Default publications post thumbnail

Confirming Cosmic Expansion, Part 2 (of 4)

Continual cosmic expansion under fixed physical laws from an actual beginning of matter, energy, space, and time is the key to the biblical cosmic creation model. Efforts to further confirm continual expansion establish the validity of the biblical cosmic creation model and demonstrate the Bible’s capacity to accurately predict future scientific discoveries.

In part 1 of this series, I discussed the distance ladder method used to confirm the rate of cosmic expansion by using direct distance measurements on nearby objects to calibrate indirect methods for far away objects. I described how this method works, as well as its limitations.1 The shortcomings in these traditional measuring methods left room for much needed improvement in order to attain the cosmological ideal: measuring the cosmic expansion rate using only accurate direct distance calculations.

Thanks to new measurements on galaxies both near and far, that ideal has now been achieved. In this installment, I will describe and explain two of the three new techniques: measurements of the expanding shock fronts of supernova eruptions and observations of water maser sources orbiting about the center of the host galaxy.

Expanding supernova shock front 

In 1993, astronomers observed the beginning of a supernova eruption in the spiral galaxy M81. Since then astronomers have measured the growth of an expanding shock front emanating from that supernova. Spectral measurements of the light at the leading edges of the shock front informed researchers how rapidly in kilometers per second the shock front was growing, which in turn told them how many kilometers across the shock front was at various epochs in its expansion. An American and Canadian radio astronomy team then used a global network of radio telescopes to provide precise measurements of the angles subtended by the shock front at those same epochs.2 Simple geometry theorems gave the team an accurate direct distance measurement to M81.

The radio astronomy team determined the distance to M81 to be 12.9 million light-years ± 0.9 million light-years. This measurement, though slightly higher in value and slightly less precise than the best indirect determination, was consistent given the measuring errors. As the sample size of observed expanding supernova shock fronts grows from one to many, this technique will potentially deliver distance measurements superior to the best indirect methods.

Water maser orbits about galaxy centers

When using the water maser distance measuring method, astronomers replaced the traditional triangle baseline (diameter of Earth’s orbit) with the much larger diameters of the orbits of microwave laser, or maser, sources around the supergiant black holes located at the centers of large galaxies. The spectra of the maser sources yield the orbital velocities of the sources around the black hole. Newton’s laws of motion translate those velocities into measured diameters for the orbits. Next, because astronomers observe the maser sources at radio wavelengths, they are able to electronically link radio telescopes all over the globe. This creates an instrument with an angular resolving power a thousand times better than the biggest ground-based optical telescope and a hundred times superior to the Hubble Space Telescope. In addition, the long amount of observing time over which observations of the masers are made enables astronomers to gain another factor of a hundred improvement in the accuracy of their measurements. (For a more detailed description of this distance measuring method see here.)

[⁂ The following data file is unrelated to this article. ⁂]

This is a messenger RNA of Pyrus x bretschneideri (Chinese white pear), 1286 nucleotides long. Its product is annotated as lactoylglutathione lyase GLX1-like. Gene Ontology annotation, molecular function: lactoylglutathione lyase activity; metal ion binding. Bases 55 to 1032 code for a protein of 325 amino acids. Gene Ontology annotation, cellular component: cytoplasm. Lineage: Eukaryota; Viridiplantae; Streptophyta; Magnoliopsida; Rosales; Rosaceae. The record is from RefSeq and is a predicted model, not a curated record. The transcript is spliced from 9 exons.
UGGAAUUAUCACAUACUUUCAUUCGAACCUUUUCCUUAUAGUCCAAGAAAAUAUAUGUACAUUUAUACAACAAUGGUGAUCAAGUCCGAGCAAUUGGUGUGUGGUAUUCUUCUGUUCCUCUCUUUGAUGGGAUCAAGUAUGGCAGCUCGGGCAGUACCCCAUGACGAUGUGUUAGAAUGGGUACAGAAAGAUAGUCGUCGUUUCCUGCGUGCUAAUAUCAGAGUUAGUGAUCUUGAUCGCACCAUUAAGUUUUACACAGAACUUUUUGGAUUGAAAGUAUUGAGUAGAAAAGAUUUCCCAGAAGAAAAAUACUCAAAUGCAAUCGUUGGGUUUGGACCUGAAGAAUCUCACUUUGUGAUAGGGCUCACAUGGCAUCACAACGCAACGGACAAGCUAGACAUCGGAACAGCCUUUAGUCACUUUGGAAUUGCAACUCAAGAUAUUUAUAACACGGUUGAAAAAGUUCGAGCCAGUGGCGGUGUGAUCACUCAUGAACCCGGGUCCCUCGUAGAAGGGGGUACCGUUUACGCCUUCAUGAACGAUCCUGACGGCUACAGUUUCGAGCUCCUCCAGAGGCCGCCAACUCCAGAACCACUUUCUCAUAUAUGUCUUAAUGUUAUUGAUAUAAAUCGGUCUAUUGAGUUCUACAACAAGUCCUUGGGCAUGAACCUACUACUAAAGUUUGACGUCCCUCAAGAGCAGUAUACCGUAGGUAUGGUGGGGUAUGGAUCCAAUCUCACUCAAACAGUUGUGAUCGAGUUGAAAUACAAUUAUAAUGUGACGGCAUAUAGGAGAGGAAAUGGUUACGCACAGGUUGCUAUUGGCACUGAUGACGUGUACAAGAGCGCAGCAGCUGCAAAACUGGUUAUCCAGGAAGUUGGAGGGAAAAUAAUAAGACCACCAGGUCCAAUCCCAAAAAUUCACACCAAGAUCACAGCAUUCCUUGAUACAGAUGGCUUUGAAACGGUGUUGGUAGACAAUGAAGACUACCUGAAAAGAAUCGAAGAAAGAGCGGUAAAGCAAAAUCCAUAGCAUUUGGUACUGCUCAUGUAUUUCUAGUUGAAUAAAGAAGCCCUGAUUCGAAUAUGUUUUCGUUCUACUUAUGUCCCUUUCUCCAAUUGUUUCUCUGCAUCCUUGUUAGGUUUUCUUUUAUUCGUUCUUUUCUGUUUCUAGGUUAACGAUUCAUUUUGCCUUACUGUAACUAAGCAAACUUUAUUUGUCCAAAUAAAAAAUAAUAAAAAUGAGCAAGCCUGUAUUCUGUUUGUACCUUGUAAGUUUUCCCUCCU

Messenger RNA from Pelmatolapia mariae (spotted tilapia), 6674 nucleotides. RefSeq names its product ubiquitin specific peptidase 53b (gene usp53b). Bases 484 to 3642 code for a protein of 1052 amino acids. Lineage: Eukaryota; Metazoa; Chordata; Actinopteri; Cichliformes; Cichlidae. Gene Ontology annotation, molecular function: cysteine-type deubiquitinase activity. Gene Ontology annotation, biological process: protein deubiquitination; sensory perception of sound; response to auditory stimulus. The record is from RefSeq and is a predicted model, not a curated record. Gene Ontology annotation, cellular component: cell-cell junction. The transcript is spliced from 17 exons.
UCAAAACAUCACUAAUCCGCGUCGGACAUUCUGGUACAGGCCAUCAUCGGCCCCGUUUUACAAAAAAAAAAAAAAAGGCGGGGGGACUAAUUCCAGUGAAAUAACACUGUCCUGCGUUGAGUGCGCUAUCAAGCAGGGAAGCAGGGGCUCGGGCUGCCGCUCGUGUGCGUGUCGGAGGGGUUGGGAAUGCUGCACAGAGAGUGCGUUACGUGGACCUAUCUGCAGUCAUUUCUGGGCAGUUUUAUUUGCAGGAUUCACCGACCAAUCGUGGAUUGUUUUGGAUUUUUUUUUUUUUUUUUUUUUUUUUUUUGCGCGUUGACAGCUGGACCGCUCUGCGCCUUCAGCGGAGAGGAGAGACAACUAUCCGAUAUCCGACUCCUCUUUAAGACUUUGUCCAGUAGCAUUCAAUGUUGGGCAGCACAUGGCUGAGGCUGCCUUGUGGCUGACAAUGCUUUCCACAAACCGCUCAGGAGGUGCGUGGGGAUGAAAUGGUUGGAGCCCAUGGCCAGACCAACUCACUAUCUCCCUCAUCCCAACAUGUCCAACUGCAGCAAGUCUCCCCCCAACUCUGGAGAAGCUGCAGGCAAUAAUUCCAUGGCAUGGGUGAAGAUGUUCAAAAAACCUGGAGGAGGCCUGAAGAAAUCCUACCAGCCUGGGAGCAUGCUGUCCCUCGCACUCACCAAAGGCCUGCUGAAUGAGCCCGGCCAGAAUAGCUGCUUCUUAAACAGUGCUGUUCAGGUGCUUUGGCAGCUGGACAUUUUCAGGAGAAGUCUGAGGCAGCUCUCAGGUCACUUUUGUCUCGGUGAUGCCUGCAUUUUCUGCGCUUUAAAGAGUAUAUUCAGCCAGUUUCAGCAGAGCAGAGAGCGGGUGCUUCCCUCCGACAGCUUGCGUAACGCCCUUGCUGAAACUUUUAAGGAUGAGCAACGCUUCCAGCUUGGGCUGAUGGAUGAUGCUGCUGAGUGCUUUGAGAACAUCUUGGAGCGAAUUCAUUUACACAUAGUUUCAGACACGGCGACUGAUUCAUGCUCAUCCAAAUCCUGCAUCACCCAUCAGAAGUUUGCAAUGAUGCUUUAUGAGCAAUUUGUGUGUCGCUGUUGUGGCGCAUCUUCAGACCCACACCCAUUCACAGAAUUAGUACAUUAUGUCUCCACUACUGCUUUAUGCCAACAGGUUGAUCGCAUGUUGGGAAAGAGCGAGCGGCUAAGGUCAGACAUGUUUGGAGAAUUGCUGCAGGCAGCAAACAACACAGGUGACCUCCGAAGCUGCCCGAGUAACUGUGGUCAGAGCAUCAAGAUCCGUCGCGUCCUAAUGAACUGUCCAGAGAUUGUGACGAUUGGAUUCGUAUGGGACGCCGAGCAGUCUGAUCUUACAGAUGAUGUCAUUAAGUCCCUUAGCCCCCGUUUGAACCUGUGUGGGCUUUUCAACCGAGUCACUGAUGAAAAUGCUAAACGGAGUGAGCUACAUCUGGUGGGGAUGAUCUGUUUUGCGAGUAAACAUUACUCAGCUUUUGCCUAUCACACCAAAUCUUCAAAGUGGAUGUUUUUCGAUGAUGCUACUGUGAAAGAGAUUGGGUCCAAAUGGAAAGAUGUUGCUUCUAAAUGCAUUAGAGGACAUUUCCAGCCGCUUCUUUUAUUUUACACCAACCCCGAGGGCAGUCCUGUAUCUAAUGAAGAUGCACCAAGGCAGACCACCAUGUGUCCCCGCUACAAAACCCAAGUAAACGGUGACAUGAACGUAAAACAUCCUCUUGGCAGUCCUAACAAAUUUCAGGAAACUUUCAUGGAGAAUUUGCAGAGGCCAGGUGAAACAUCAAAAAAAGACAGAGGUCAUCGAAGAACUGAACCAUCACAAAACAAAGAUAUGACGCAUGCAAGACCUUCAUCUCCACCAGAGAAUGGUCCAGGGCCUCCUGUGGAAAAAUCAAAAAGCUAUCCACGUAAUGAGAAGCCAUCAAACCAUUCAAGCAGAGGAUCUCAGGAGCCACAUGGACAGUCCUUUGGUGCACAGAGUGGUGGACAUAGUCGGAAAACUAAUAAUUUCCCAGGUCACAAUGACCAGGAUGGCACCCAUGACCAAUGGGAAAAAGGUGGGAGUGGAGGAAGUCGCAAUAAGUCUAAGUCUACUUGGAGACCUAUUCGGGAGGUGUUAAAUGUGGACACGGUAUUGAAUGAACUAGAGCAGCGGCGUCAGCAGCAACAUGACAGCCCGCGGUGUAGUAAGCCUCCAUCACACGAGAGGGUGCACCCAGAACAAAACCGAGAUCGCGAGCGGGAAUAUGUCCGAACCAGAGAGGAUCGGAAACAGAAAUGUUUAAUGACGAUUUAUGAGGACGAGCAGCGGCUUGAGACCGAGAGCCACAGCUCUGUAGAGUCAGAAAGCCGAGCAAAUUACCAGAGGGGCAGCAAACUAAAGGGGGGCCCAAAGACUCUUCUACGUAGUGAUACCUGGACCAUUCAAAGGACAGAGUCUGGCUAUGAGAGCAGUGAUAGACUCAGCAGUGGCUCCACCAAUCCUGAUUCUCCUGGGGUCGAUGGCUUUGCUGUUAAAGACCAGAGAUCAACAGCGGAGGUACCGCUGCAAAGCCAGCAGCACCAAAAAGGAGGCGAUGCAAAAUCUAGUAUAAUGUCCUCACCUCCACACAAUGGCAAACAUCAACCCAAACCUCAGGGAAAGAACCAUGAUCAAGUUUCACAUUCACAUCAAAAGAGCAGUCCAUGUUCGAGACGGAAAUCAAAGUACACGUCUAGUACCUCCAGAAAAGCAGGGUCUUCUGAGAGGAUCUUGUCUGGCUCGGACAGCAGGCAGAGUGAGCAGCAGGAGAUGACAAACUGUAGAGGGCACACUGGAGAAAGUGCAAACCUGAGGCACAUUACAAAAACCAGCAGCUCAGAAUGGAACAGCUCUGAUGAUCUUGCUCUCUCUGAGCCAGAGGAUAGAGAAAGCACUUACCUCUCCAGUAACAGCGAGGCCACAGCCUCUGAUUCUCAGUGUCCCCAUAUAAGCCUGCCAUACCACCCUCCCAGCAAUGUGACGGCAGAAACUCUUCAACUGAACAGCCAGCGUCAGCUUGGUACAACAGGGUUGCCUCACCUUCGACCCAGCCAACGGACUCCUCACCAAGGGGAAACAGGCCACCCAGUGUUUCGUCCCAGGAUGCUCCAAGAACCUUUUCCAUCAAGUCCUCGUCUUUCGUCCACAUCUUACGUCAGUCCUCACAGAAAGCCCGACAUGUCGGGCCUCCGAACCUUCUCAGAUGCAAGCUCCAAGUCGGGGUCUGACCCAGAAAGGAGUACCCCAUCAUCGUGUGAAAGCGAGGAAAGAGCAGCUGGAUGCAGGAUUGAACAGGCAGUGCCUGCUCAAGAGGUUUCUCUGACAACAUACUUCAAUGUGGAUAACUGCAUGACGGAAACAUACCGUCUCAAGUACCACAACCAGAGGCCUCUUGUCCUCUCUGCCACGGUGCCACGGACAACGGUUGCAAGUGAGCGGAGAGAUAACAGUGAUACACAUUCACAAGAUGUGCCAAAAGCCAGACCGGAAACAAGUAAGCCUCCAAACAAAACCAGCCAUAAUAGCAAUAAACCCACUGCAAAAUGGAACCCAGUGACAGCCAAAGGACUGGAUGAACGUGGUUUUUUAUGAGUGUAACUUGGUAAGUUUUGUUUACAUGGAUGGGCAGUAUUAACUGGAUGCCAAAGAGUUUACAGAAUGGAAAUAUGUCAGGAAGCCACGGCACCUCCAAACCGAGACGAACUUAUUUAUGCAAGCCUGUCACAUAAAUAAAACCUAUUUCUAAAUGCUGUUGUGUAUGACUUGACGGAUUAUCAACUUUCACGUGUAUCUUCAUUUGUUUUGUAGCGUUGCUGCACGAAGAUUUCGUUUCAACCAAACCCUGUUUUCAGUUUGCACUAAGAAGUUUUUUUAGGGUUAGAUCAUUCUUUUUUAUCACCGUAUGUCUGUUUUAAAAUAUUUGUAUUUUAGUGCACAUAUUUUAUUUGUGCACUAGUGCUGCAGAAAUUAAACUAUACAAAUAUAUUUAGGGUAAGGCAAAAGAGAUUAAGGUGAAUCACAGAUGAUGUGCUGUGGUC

To date, astronomers have used the water maser method to accurately determine the distance to two galaxies. The nearest of these galaxies, NGC 4258 (also known as M106), measures 25 million light-years away to within an accuracy of five percent. The farther galaxy, UGC 3789, lies at a distance of 150 million light-years. Currently, the cosmic expansion rate values derived from the water masers in NGC 4258 and UGC 3789 are precise to about six percent. Though not yet competitive with the precision of the gravitational lens time delay method (which I will discuss next week), the observing teams are confident that within three years they will have results superior in accuracy to the time delay method. Their current published values are consistent with the latest time delay determination of the cosmic expansion rate (based on recent measurements of the gravitational lens system B1608+656). Next week’s installment will explain in greater detail direct distance measuring via gravitational lens systems.

Part 1 | Part 2 | Part 3 | Part 4
  1. Direct cosmic distance measurements are based on the plane geometry theorems. For example, if one knows the length of the base of an isosceles triangle, then measurements of the angles at either end of the base will deliver the distance to the vertex of the triangle. The diameter of Earth’s orbit around the Sun (about 299,195,741 kilometers or 185,912,076 miles) has been the traditional base of the triangle in determining distances to nearby stars. Astronomically speaking, this base is so tiny that the accuracy of measurements to even the nearest stars is no better than a few percent. This particular direct method delivers accurate calculations only for stars located just over a thousand light-years away.

    To gain any measurement of the universe’s history, astronomers must use these limited direct distance measurements to calibrate indirect methods for far away objects. The indirect methods make certain assumptions about the properties of the observed objects. Only the direct methods are assumption free.
  2. N. Bartel et al., “SN 1993J VLBI. IV. A Geometric Distance to M81 with the Expanding Shock Front Method,” Astrophysical Journal 668 (October 20, 2007): 924–40.